Searching the University Course Schedule Using a Digital FlipBook
By Spring Hull
Summary: This article examines user performance and satisfaction of a university schedule of courses using the FlipViewer® digital FlipBook format. This format was compared to a schedule of courses website and subjectively compared to the university’s printed schedule of courses catalog. Results indicate that the participants performed some tasks faster with the FlipBook format and found it to be engaging and easy-to-use.
In our last issue of Usability News, we examined the usability of E-Book™ Systems Digital FlipViewer® FlipBook (Hull, 2005). FlipViewer® is an electronic book (e-book) viewer and web browser which allows users to read FlipBooks, three-dimensional digital documents that resemble traditional printed books. Several companies currently use the FlipBook technology for their online catalogs, such as duPont Registry and Advanced Imaging1 (E-Book™ Systems, 2003). This study evaluated several of the unique features of FlipViewer® such as "grabbing" and manipulating multiple pages of a FlipBook at one time and AutoFlipping pages at an adjusted speed. The study revealed that some participants had difficulty using these features, but overall, were satisfied with their experience viewing a document in this format. All participants suggested that they would recommend this product to others.
The current study explores performance and satisfaction of university students using a FlipBook format of the university Course Schedule. Traditionally, university course schedules are printed in a paper catalog format. Searching for courses electronically reduces printing costs for the university as well as paper waste. E-Book™ Systems is eager to find out whether students will accept the use of a 3-dimensional online catalog to display the course schedule catalog. In addition to displaying the course schedule, the online format can be extended to allow students to register for courses and order course textbooks directly.
To evaluate the use of the FlipBook course schedule, performance and satisfaction were compared to that of another web-based course schedule available on the university website. It was hypothesized that users would complete tasks faster using the traditional web-based schedule of courses since this format was most familiar. It was also hypothesized, however, that with minimal practice, students would prefer the FlipBook format due to its novelty and resemblance of the traditional printed book format.
Twenty-four students (17 females, 7 males) aged 18–46 (M=24 years) enrolled in undergraduate psychology courses at Wichita State University volunteered. Sixty-six percent reported visiting web sites daily and 66.7% reported spending 1-5 hours per week online.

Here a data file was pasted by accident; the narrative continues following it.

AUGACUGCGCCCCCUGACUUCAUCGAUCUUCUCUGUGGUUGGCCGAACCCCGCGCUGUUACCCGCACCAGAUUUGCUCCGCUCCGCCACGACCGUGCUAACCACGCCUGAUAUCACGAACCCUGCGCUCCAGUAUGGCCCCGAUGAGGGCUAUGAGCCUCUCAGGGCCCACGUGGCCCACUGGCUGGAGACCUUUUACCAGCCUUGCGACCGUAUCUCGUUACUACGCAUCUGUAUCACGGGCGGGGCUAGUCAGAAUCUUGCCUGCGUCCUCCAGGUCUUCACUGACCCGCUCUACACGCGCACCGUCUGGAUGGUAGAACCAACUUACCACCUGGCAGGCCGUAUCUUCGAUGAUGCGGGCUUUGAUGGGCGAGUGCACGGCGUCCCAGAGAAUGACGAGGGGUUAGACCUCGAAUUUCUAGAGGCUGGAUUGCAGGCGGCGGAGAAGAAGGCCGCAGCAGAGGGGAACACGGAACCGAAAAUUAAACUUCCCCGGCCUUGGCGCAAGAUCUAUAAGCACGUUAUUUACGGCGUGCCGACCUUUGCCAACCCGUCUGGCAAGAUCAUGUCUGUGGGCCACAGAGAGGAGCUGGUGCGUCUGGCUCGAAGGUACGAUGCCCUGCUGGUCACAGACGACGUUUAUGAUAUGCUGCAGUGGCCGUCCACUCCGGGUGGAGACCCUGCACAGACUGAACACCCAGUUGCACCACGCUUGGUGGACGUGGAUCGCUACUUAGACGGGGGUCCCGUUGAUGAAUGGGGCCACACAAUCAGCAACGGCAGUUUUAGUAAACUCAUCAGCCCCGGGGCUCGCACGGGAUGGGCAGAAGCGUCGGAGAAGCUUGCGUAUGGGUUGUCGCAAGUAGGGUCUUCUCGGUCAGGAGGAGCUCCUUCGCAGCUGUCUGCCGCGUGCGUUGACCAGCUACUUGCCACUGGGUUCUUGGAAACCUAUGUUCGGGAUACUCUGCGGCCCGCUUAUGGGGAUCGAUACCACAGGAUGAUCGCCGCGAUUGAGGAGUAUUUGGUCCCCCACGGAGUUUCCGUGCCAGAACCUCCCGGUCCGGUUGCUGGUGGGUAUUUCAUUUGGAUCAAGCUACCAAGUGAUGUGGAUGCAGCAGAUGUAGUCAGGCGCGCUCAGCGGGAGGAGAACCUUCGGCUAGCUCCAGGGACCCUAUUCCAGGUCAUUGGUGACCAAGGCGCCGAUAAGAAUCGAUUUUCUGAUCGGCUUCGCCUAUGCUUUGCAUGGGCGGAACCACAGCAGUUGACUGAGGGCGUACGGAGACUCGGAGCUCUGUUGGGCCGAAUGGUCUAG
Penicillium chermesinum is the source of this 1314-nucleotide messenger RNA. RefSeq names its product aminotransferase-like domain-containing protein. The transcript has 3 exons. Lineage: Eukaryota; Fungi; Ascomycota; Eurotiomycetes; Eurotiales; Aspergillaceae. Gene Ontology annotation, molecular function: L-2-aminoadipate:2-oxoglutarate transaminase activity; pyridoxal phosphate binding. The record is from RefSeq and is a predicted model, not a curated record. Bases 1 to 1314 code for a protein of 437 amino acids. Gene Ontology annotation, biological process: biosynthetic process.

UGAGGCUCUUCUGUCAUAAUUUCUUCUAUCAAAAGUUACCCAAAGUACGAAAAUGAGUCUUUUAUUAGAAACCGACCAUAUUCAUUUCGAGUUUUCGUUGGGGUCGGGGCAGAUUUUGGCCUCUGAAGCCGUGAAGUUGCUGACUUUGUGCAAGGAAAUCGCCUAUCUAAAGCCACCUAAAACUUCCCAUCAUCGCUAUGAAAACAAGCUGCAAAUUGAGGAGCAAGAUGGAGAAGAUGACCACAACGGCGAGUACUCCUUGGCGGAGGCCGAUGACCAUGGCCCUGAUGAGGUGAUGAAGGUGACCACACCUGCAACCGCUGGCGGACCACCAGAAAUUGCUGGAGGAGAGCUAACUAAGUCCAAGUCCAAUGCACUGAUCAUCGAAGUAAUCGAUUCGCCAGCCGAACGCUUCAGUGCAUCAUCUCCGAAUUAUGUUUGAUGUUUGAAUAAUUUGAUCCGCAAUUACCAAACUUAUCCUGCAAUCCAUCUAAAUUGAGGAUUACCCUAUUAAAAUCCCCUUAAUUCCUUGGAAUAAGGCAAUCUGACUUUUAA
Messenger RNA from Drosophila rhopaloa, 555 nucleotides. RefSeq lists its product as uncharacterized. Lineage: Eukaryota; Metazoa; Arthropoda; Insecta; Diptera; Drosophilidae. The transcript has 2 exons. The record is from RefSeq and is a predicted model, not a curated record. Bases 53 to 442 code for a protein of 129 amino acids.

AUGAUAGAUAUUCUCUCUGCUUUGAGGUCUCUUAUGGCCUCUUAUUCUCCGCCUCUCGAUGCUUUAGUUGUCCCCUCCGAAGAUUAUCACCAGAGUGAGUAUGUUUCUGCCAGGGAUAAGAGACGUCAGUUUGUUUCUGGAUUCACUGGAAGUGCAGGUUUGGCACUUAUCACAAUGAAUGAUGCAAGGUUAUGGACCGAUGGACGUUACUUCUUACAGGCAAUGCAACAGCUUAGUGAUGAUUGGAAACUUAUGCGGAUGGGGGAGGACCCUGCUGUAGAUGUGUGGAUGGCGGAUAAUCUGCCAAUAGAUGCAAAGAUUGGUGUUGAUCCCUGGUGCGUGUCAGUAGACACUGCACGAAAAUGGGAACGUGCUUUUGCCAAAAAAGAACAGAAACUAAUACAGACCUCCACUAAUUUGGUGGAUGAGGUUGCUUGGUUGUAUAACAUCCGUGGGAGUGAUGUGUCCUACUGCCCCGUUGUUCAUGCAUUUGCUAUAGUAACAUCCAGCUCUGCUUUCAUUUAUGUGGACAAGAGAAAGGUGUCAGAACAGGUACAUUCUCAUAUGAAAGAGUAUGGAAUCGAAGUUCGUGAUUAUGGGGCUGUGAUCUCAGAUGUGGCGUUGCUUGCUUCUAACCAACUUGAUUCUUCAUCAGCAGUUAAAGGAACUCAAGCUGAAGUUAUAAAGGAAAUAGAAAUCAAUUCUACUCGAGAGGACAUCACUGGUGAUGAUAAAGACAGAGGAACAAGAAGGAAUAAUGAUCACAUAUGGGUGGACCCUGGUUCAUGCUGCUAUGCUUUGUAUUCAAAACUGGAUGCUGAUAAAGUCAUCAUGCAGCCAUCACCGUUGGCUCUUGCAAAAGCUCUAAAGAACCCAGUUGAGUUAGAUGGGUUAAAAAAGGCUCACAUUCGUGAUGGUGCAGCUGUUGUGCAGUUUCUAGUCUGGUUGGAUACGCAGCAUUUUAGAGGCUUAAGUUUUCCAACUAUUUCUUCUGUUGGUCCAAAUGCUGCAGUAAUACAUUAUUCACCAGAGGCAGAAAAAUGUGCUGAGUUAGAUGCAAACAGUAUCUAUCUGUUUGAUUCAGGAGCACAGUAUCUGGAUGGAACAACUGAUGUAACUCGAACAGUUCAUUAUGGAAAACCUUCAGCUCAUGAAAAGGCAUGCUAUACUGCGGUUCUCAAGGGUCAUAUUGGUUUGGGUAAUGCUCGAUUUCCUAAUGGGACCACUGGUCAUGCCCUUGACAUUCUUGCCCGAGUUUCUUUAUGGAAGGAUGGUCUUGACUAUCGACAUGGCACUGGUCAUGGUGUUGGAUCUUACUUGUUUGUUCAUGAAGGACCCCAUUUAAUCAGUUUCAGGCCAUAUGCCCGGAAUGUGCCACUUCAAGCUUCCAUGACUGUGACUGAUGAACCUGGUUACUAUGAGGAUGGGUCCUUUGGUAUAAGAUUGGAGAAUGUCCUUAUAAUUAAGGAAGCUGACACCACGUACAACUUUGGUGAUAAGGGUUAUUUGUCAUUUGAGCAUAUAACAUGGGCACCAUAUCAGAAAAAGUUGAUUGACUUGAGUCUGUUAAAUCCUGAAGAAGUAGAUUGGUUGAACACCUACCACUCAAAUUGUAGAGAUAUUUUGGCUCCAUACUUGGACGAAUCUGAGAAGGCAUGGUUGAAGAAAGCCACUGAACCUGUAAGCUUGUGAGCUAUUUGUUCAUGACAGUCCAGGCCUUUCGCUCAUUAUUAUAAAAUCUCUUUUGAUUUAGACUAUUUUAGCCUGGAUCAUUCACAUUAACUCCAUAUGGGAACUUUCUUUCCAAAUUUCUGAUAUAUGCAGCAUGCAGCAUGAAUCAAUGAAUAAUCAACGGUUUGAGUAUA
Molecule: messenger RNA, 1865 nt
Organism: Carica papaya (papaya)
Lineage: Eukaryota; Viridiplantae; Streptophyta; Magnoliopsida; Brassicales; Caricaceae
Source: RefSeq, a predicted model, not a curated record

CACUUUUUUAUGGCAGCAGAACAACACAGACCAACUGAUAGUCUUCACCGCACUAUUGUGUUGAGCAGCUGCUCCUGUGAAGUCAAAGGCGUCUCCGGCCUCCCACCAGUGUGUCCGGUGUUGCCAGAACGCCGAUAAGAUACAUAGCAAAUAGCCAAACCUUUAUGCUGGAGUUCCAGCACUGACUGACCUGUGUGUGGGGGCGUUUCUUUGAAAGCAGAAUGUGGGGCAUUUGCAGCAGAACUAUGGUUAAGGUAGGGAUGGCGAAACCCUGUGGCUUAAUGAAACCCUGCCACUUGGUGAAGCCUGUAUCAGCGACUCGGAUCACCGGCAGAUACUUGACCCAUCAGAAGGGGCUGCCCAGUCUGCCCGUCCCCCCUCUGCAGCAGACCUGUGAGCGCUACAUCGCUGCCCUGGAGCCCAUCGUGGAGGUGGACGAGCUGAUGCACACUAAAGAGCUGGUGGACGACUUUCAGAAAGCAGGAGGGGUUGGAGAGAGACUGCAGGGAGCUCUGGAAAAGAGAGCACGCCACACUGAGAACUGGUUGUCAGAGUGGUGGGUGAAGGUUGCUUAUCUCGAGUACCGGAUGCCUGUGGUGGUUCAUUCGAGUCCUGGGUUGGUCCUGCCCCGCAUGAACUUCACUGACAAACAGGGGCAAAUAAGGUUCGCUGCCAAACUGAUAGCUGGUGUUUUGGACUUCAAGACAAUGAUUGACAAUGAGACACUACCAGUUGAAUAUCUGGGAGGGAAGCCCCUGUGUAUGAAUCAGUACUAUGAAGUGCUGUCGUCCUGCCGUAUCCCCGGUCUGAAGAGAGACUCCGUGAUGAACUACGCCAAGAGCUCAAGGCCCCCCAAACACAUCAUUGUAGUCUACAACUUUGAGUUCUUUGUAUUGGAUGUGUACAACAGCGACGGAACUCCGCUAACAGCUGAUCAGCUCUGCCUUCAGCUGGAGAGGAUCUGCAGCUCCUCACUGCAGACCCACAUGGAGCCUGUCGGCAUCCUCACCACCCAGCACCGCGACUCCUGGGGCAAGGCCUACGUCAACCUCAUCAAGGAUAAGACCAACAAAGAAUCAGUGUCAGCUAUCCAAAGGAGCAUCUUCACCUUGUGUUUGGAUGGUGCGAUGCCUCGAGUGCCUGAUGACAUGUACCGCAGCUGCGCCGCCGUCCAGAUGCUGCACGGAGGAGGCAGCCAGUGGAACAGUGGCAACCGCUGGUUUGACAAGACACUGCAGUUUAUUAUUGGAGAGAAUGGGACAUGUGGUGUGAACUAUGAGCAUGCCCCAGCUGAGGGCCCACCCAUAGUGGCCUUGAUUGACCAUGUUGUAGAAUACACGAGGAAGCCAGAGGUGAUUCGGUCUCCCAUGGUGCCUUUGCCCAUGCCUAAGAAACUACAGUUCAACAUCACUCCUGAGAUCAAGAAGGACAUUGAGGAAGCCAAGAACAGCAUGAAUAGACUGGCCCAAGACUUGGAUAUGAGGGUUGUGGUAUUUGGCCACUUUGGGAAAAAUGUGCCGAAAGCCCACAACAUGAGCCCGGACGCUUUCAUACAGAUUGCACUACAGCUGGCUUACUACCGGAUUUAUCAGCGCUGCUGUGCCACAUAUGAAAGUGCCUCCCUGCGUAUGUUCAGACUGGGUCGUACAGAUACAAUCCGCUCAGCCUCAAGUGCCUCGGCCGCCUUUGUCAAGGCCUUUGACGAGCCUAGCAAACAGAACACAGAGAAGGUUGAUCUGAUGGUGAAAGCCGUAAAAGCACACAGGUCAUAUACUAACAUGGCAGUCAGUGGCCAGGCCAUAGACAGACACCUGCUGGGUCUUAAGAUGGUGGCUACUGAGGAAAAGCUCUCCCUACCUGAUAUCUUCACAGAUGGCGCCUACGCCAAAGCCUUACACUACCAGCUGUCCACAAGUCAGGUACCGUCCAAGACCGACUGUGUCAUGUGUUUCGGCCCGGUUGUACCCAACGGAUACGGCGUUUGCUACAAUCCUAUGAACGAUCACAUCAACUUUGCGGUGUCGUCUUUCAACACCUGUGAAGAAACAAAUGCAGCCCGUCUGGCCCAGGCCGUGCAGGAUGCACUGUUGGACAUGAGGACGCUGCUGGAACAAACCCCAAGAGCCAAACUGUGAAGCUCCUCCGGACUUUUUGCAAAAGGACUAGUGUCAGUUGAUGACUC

A Dell Dimension 4600C desktop PC with a 15” monitor was used for the study. The Wichita State University Fall 2005 schedule of courses catalog was used. E-Book™ Systems converted the catalog into a demonstration for the FlipBook condition. The demonstration version did not contain all of the information found in the printed format, however, it was functional for the purposes of this study. Participants in the website condition viewed the Fall 2005 online schedule of courses. A stopwatch was used to record the time to complete tasks.
Figure 1. Sample screen of Wichita State University FlipBook Schedule of Courses Demo
Figure 2. Sample screen of the FlipBook Schedule of Courses showing Accounting Courses
Figure 3. Sample screen showing the university web-based Schedule of Courses. Users select course criteria using a series of lists.
Participants were assigned to either the FlipBook or website condition based on their experience with the web-based schedule of courses. None of the participants had used the FlipViewer technology before. Participants assigned to the website condition did not have prior experience using the site to search for courses. All participants had experience using the printed schedule of courses catalog. Participants were presented an introductory task followed by nine search tasks presented in random order. Participants were given a maximum of five minutes to complete each task. A sample of tasks included finding the following:
- an Accounting 220 course offered on Tuesday/Thursday
- options for taking macro-economics in the evening
- a 100-level dance class offered on Friday or Saturday
- whether taking English 101 with Dr. Waters will conflict with taking Communications 111 Monday and Wednesday at 8:00AM
Participants were requested to state the section number for all correct courses in the website condition and were requested to state the ID number for all correct courses in the FlipBook condition. Performance on each task was determined to be successful if the participant successfully completed the task in less than five minutes. Participants also rated the level of difficulty of each task and rated their overall satisfaction of the online course schedule.